Greenport overhauls zoning, lifts development moratorium

North Fork village scales back parking mandates after outcry

Greenport Moratorium Lifted Following Zoning Changes
Greenport Mayor Kevin Stuessi (Greenport Village Business Improvement District, Getty, Kevin Stuessi for Mayor)

Greenport has become a trendy spot for North Fork visitors and New York City transplants, and investors have responded by acquiring and fixing up local hotels and restaurants. That led the bayside village to enact a development moratorium last winter as it contemplated a series of zoning changes.

It took nine months, but last week the rezoning was enacted and the moratorium was allowed to expire, the Suffolk Times reported. The ban, initially set for six months, was kept in place longer because Greenport needed more time to craft the rezoning, which proved controversial.

Parking was a contentious issue throughout the process. The village board ditched a proposed change that would have required some new or expanding businesses to provide ample parking or pay large fees — $25,000 or $50,000 per space — if they didn’t.

Critics, including Compass agent Bridget Elkin, said Greenport should try to remain a walkable village rather than encourage customers to drive all the way to the doorstep of their destination. The parking requirements, the likes of which have fallen out of favor with urban planners across the country, might have also discouraged entrepreneurs from opening businesses at all.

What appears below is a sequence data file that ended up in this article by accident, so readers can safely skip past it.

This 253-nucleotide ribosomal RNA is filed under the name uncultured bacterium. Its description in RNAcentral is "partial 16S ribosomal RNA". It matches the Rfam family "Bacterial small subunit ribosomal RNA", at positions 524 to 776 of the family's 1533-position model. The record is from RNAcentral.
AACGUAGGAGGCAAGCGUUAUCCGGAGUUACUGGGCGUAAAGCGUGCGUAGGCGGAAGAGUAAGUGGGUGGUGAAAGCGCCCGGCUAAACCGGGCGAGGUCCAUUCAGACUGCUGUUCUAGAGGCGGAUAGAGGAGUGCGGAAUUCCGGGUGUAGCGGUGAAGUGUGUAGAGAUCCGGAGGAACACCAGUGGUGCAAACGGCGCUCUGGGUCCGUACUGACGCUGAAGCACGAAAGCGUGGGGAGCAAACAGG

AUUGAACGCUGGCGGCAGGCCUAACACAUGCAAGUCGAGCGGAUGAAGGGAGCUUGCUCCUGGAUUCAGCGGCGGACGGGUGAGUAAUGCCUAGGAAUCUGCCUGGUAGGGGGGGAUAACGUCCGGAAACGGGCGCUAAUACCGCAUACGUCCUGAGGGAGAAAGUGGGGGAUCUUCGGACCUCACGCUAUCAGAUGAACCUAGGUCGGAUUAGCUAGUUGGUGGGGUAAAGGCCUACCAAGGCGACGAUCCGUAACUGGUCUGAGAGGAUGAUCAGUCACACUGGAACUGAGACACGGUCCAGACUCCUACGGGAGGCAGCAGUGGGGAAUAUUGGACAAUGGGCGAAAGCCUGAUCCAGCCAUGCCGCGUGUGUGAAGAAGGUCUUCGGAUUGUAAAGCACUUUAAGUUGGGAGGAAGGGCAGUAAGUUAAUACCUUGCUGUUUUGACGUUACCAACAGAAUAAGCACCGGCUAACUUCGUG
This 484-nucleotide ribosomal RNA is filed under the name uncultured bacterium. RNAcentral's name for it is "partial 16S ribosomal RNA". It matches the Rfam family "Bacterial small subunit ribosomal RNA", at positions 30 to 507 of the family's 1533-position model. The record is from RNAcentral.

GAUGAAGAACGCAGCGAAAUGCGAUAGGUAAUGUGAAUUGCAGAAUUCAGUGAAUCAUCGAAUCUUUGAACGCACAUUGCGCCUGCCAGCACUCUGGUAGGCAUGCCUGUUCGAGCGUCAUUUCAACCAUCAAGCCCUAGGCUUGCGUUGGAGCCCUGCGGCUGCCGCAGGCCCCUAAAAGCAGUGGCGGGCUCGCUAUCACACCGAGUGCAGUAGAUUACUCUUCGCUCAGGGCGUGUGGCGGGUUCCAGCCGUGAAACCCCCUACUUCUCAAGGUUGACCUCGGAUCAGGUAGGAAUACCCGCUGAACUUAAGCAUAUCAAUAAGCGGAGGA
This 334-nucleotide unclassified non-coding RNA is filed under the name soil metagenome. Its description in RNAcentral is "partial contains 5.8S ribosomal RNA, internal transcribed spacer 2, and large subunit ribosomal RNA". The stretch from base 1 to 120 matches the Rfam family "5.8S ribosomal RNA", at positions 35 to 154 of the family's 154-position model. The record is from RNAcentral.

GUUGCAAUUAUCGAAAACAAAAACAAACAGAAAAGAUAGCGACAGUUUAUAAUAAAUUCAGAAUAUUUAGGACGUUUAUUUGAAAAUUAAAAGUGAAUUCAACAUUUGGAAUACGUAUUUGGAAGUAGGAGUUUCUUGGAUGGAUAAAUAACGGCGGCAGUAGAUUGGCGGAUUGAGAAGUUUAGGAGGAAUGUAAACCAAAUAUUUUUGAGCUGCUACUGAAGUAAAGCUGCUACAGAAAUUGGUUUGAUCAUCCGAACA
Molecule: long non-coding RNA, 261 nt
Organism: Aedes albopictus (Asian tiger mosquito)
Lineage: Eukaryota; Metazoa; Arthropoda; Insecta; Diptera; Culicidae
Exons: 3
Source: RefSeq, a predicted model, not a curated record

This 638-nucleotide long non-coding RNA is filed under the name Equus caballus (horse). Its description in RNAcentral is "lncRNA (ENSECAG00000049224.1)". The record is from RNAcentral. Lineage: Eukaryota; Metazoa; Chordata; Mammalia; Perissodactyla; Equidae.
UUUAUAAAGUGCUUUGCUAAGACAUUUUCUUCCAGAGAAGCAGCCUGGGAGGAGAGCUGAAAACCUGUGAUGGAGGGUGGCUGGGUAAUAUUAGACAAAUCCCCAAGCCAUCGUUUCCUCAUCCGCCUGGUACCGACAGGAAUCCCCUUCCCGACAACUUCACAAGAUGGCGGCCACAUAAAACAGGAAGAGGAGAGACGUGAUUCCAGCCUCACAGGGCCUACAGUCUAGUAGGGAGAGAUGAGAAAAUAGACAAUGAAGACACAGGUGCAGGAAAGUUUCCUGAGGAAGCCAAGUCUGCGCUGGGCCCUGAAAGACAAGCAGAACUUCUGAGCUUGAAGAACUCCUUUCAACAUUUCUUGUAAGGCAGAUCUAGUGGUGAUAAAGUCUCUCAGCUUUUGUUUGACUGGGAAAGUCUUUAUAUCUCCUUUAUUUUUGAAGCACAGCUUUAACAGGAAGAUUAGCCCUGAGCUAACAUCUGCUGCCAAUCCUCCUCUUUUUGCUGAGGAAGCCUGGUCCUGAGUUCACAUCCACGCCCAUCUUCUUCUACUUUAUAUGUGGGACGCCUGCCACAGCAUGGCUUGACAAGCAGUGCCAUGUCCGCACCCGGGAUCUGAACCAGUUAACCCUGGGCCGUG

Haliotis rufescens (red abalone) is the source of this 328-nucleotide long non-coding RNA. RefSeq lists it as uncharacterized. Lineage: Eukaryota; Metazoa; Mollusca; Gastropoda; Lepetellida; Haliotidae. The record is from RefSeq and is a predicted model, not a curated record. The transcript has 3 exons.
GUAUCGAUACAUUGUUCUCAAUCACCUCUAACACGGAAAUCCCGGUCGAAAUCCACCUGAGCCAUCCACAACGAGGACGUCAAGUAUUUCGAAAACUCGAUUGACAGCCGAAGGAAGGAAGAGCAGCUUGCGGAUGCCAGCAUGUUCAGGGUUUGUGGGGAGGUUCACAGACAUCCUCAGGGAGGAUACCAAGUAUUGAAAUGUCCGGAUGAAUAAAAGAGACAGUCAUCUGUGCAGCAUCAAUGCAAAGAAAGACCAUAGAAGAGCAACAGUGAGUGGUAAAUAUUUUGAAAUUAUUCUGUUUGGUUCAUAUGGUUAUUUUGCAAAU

In the enacted plan, small business and property owners face reduced parking mandates. Larger projects, however, will need to provide a parking analysis that could trigger demands for more spaces.

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The village also changed the zoning of its primary shopping street, making the south side of Front Street standard retail instead of waterfront commercial. As a result, store owners won’t need variances for non-maritime uses.

Businesses will now need permits, however, to host live entertainment, as Greenport seeks to keep loud music and other disruptions in check. The two-year permits will be free until the end of the year, then cost $250 to renew. Businesses with citations won’t be eligible for renewal.

The development moratorium halted project approvals in certain commercial, retail and waterfront districts. The Planning Board, Zoning Board of Appeals and Village Board also weren’t able to issue new permits or certificates of occupancy, except to remedy a hazard.

The discussion of the village’s future isn’t over, as Greenport’s Local Waterfront Revitalization Plan and harbor management plan remain works in progress.

Holden Walter-Warner

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